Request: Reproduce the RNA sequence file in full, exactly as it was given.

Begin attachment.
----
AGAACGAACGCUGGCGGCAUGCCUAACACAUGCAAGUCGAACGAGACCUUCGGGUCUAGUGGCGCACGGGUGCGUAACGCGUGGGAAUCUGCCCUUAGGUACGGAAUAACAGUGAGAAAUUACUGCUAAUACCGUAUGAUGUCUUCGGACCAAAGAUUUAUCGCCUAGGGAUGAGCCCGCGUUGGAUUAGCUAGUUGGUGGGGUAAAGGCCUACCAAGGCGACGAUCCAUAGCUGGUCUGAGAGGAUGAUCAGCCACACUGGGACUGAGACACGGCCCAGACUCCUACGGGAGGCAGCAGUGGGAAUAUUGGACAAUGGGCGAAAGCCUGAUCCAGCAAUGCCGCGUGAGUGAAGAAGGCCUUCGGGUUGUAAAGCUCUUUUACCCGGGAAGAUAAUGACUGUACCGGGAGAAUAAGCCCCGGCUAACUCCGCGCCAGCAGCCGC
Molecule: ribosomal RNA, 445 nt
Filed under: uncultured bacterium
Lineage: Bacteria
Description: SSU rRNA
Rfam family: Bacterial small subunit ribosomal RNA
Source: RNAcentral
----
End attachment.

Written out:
AGAACGAACGCUGGCGGCAUGCCUAACACAUGCAAGUCGAACGAGACCUUCGGGUCUAGUGGCGCACGGGUGCGUAACGCGUGGGAAUCUGCCCUUAGGUACGGAAUAACAGUGAGAAAUUACUGCUAAUACCGUAUGAUGUCUUCGGACCAAAGAUUUAUCGCCUAGGGAUGAGCCCGCGUUGGAUUAGCUAGUUGGUGGGGUAAAGGCCUACCAAGGCGACGAUCCAUAGCUGGUCUGAGAGGAUGAUCAGCCACACUGGGACUGAGACACGGCCCAGACUCCUACGGGAGGCAGCAGUGGGAAUAUUGGACAAUGGGCGAAAGCCUGAUCCAGCAAUGCCGCGUGAGUGAAGAAGGCCUUCGGGUUGUAAAGCUCUUUUACCCGGGAAGAUAAUGACUGUACCGGGAGAAUAAGCCCCGGCUAACUCCGCGCCAGCAGCCGC
Molecule: ribosomal RNA, 445 nt
Filed under: uncultured bacterium
Lineage: Bacteria
Description: SSU rRNA
Rfam family: Bacterial small subunit ribosomal RNA
Source: RNAcentral